Not in Effect and Awaiting Approval from Voters

Minnesota voters will decide in November whether to create a voter ID requirement in the state. The Minnesota ballot measure will likely affect not only in-person voting but also the ability of Minnesotans to vote absentee, or to participate in the long-standing practice of Election-Day Registration. There is a lawsuit challenging the language of the ballot measure in state court.

With all these laws in effect or tied up in court, it is crucial that voters are informed about what they need to be able to register and vote this fall. Numerous voting rights groups, including the NAACP, have announced programs to help register voters. The Lawyers Committee for Civil Rights Under Law, Demos, Fair Elections Legal Network and Common Cause are working to support organizations to help voters get the proper form of voter ID.

The Brennan Center for Justice has the current information on what each law requires to vote. Check back on our Election 2012 page for updates in the coming months.

Keesha Gaskins serves as Senior Counsel in the Democracy Program at the Brennan Center for Justice.

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Alert: Hartford Police To Conduct DUI Check Points

HARTFORD — The Hartford Police Department Traffic Division will conduct a DUI Enforcement checkpoint on Thursday, June 28, 2012, from 5:00 p.m. to 1:00 a.m.., in the area of Brook Street and Mather Street.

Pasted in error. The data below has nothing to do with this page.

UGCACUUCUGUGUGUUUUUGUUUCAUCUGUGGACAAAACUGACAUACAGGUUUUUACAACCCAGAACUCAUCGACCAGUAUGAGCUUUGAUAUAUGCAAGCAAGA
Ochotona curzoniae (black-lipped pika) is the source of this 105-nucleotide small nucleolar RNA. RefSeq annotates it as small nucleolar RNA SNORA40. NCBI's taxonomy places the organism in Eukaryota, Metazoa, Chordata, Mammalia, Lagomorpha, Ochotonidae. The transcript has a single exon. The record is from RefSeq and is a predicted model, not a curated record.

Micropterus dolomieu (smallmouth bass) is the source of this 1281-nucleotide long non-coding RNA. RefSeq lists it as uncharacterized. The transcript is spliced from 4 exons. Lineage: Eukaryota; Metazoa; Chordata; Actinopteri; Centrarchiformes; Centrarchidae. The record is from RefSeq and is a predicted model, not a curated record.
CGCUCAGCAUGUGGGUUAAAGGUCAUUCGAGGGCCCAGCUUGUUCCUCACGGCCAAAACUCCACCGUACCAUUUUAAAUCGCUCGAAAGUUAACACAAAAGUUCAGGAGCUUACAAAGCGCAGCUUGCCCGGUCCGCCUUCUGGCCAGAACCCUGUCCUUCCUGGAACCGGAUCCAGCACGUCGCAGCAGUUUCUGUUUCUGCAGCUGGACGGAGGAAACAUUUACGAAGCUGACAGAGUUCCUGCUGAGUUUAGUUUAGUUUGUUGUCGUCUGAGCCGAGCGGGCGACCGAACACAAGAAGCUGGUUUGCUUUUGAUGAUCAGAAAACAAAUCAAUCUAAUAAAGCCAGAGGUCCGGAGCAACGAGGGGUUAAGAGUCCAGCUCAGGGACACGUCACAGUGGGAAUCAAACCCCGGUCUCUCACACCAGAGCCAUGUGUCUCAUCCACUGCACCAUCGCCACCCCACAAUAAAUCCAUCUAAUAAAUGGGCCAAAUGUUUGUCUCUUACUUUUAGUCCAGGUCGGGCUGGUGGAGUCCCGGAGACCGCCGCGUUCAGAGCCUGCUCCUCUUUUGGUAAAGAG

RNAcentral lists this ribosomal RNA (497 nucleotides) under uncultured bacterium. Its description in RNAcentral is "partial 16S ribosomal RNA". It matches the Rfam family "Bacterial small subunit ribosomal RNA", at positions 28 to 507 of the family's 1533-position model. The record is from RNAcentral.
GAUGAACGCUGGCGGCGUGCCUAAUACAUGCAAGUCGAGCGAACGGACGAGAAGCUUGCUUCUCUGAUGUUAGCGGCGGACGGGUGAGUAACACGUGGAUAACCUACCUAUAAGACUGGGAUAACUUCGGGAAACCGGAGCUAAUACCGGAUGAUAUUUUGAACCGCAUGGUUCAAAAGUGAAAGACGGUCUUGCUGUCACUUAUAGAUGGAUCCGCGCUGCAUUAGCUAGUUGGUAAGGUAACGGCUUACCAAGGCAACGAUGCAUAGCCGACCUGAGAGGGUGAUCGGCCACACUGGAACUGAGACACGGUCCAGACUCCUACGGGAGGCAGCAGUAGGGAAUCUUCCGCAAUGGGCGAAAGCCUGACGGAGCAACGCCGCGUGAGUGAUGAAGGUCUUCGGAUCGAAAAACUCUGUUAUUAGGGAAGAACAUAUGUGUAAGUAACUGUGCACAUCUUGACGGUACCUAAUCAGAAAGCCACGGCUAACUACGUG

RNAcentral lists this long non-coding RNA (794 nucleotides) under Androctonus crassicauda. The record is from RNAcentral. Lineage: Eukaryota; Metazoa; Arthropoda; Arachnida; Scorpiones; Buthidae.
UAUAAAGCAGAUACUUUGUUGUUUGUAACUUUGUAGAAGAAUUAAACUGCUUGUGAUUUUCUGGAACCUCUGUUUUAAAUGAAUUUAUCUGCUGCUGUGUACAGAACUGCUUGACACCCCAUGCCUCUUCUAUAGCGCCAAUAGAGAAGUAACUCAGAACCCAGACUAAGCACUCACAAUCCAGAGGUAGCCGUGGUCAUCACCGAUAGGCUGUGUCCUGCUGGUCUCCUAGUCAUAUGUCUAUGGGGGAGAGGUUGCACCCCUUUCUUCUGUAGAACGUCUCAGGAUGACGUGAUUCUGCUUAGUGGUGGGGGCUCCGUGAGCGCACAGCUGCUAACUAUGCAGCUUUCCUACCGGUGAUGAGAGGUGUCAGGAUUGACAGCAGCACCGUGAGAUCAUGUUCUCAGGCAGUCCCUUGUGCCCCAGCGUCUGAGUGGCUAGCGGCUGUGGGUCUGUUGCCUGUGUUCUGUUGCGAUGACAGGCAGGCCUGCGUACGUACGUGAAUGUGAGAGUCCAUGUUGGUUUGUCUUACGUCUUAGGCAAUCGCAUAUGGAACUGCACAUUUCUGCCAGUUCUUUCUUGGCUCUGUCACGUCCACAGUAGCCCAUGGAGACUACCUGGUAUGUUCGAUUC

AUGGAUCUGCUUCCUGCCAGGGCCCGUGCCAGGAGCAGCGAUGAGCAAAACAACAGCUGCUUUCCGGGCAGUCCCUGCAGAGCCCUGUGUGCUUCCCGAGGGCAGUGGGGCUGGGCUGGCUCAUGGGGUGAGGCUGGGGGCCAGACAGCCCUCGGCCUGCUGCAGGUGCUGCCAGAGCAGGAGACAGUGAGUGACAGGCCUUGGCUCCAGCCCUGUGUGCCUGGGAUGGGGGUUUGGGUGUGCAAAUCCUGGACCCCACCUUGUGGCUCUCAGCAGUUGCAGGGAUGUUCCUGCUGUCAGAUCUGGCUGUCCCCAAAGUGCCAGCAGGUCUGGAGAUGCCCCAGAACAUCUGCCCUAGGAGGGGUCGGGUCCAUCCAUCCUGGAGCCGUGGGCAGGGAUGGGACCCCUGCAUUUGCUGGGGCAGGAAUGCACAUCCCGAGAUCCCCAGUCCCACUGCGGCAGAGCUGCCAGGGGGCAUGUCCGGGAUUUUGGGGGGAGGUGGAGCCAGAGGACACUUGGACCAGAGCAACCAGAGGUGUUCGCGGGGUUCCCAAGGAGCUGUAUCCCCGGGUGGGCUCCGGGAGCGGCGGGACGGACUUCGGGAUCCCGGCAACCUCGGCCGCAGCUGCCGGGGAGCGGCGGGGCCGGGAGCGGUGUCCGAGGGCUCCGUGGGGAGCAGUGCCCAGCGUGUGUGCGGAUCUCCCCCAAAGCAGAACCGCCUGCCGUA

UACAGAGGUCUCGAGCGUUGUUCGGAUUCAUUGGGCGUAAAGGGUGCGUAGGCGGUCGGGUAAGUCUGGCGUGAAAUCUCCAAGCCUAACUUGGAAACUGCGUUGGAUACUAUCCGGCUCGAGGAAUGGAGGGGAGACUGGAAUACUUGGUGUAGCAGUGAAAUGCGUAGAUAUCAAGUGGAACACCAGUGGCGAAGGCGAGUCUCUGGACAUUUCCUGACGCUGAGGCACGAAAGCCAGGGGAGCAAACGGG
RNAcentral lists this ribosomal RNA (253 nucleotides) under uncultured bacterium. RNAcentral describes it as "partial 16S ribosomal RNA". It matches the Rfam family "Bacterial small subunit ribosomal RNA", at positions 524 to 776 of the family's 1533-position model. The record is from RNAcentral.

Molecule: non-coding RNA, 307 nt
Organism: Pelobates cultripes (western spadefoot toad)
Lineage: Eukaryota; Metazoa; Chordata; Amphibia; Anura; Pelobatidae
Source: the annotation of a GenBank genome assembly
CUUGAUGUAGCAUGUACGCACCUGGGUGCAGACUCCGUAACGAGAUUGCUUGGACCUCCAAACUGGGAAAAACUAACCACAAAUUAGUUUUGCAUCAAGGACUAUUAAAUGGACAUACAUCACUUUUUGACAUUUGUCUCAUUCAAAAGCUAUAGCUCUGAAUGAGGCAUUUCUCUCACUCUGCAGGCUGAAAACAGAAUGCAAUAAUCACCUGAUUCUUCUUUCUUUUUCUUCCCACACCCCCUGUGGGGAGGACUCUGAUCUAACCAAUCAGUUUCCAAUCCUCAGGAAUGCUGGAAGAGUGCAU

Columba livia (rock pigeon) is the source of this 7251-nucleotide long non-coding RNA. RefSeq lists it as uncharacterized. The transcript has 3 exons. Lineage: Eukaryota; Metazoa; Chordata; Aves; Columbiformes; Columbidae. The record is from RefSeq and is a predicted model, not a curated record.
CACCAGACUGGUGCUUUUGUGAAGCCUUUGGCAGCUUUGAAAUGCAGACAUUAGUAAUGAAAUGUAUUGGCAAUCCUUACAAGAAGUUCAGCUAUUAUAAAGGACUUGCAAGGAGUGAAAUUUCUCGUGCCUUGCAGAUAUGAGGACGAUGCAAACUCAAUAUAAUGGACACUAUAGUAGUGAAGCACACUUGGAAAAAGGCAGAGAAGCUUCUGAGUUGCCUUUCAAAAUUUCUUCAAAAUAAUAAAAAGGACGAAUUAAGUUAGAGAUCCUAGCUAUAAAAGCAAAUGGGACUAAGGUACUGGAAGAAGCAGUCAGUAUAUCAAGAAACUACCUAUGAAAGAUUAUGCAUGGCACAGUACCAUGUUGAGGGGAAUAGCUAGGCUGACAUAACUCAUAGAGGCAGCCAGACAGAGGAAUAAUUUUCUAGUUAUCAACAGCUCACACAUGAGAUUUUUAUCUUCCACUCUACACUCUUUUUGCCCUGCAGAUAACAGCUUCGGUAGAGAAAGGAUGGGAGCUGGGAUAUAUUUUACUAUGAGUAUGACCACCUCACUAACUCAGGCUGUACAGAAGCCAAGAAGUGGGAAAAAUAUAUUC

This checkpoint is part of the Hartford Police Department’s ongoing expanded DUI enforcement program supervised by the HPD’s Traffic Division and funded through a grant from the State of Connecticut Department of Transportation DUI Enforcement Program.For the most up to date traffic information visit the Connecticut Interactive Travel Map by clicking here.

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Hartford Occupiers to Join Gathering in Colt Park

HARTFORD — New England protesters in the “Occupy Wall Street” movement on June 28  will descend on Colt park in Hartford to prepare for a Occupy National Gathering in Philadelphia.

The national movement plans to convene on Philadelphia’s Independence Mall from June 30 to July 4 for a week of direct actions, movement building, and creation of a vision for a democratic future.

Members of Occupy Hartford will join activists from across New England  to this first Occupy National Gathering as the Occupy Caravan sweeps America with the “This Land is Our Land” road tour, id a spokesperson for the Hartford Movement.   The Occupy Caravan will be stopping briefly in Hartford. Occupiers from Maine, New Hampshire, Vermont, Massachusetts and Connecticut are expected to arrive at Colt Park in Hartford at 1:00pm.

Organizers said Occupy Hartford will be welcoming the Caravan, led by the Occupy the Roads RV, at Colt Park.  There will be interactive activities, time to share stories and food, and a food drive as part of the Caravan gathering, with 90 percent of the food going to the Hartford community, and 10 percent going to feed the homeless in Philadelphia, in defiance of a citywide ban against doing so.